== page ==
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Pupil Development Grant considered "invaluable" by schools, says new report

First published:
13 December 2017
Last updated:

This was published under the 2016 to 2021 administration of the Welsh Government

An independent evaluation of the Welsh Government’s Pupil Development Grant (PDG) has found that many schools consider the funding to be ‘invaluable’, with good progress being made on identifying and addressing the needs of disadvantaged learners.

The report by Ipsos Mori and the Wales Institute of Social & Economic Research, Data & Methods (WISERD) focuses on how schools are spending the PDG and teachers’ perceptions of the impact of the grant.

Many of the schools interviewed for the report acknowledged that the PDG has helped them to focus and raise the profile of tackling disadvantage across the school.

Schools said this had led to an increased focus on whole-school strategies to improve areas such as behaviour, attendance, family engagement and restorative approaches.

Substantial improvements were reported by schools in areas such as pupil well-being, confidence and self-esteem and an increased willingness from pupils to participate in classroom activities.

Schools also reported improvement in how learners who qualify for free school meals were supported as they progressed through school.

Welcoming the report’s findings today, Education Secretary Kirsty Williams said:

“Reducing the attainment gap between pupils from disadvantaged backgrounds and their peers is at the heart of our national mission to raise standards.

“This report is further evidence that our £93 million PDG is delivering real progress in addressing this injustice and supporting pupils to reach their full potential. 

“I’m proud that schools regard the PDG as invaluable and I applaud the way funding has been used to target our most disadvantaged learners.

“Earlier this year I announced that we would be extending the PDG, including doubling the financial support to early years learners in the Foundation Phase. 

“To ensure schools can plan and make full use of the funding, we have already signalled our commitment to the PDG for the lifetime of this Assembly. 

“Whilst the report published today is evidence of genuine strides forward, there is no room for complacency.  That’s why we will continue to focus on the PDG, alongside our other reforms, to ensure that all learners achieve their full potential.”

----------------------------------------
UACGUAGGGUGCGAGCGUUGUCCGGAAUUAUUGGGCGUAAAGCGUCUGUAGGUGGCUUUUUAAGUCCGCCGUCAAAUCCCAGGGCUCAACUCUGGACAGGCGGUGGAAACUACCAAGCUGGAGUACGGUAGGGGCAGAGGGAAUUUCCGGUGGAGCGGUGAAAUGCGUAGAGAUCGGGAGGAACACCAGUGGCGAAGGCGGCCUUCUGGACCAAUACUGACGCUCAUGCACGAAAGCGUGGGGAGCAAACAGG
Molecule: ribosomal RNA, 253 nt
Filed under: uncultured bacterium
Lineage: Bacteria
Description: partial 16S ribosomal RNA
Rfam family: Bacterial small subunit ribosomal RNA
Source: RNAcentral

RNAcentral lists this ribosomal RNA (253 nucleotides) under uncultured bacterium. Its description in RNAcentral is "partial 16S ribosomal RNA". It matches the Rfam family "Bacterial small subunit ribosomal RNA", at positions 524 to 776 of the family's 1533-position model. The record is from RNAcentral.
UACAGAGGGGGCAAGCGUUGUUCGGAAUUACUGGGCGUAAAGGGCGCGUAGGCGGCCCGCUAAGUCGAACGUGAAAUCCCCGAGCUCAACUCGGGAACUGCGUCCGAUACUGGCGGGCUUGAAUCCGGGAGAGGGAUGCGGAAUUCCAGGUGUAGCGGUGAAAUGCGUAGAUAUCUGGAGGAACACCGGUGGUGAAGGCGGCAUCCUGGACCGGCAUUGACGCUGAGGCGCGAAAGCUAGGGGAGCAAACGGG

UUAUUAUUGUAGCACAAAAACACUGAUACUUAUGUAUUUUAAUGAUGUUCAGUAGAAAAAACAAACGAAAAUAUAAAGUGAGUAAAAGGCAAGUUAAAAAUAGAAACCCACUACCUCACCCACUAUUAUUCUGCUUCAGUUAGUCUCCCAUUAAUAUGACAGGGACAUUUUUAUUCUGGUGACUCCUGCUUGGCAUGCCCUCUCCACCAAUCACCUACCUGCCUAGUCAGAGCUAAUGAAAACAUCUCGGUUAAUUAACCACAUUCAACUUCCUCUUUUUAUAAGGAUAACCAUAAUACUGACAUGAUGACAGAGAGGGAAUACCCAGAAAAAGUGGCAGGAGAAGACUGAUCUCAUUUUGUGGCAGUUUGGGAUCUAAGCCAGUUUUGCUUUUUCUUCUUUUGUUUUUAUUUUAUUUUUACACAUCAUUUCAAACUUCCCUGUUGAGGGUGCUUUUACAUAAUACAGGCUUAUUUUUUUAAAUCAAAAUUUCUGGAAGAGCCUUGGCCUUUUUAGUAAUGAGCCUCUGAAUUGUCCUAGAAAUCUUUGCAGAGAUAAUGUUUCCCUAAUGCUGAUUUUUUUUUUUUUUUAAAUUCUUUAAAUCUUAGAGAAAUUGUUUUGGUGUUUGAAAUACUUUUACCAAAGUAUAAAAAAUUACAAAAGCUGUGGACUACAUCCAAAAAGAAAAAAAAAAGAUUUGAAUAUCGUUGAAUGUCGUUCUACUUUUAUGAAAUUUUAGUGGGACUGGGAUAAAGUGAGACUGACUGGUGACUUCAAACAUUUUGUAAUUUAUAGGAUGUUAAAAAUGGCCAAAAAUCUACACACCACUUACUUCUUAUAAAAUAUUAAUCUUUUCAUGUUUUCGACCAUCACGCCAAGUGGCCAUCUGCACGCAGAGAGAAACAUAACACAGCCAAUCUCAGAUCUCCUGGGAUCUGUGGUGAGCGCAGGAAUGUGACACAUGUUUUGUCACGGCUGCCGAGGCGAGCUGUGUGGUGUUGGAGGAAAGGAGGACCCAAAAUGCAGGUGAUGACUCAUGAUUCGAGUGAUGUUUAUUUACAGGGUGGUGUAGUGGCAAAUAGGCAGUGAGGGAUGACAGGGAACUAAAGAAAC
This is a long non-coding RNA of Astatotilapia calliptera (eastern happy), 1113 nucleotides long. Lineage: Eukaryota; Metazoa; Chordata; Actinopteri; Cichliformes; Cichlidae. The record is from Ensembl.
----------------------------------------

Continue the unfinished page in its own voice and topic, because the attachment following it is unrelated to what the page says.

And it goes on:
Schools across Wales benefiting from the Pupil Development Grant include Pillgwenlly Primary School in Newport.

Kath Bevan, headteacher said:
“We use a significant proportion of our PDG monies to finance two Nurture Groups. These groups provide a stable and caring environment for children who may be socially and emotionally vulnerable, helping to develop their self-esteem and self-belief and improving their levels of resilience.
“As a school, the PDG has also helped with an improvement in attendance, learning and application of key skills and the engagement of the wider family in school life.”

Heather Nicholas, former headteacher of Ferndale Community School and headteacher for the new 3-19 school in Tonyrefail said:

“The impact that the PDG has had on the community of Ferndale Community School is hugely significant. It has been instrumental in closing any gap in pupil experience and has accelerated the progress of pupils for whom disadvantage has limited progress and attainment.
“The impact of poverty manifests itself in many different ways across a school community and the PDG funding has allowed for the personalisation of support that ensures maximum outcomes for every individual.”

Rhian Morgan Ellis, headteacher of Ysgol Gyfun Cwm Rhondda said:

“The grant is of great benefit to us as it allows us to ensure equity and a level playing field for all students. For those who would disengage for financial reasons, it is a means of removing those barriers to learning. It allows us to ensure every student is included in our drive to provide them with the opportunity to be the best they can be.”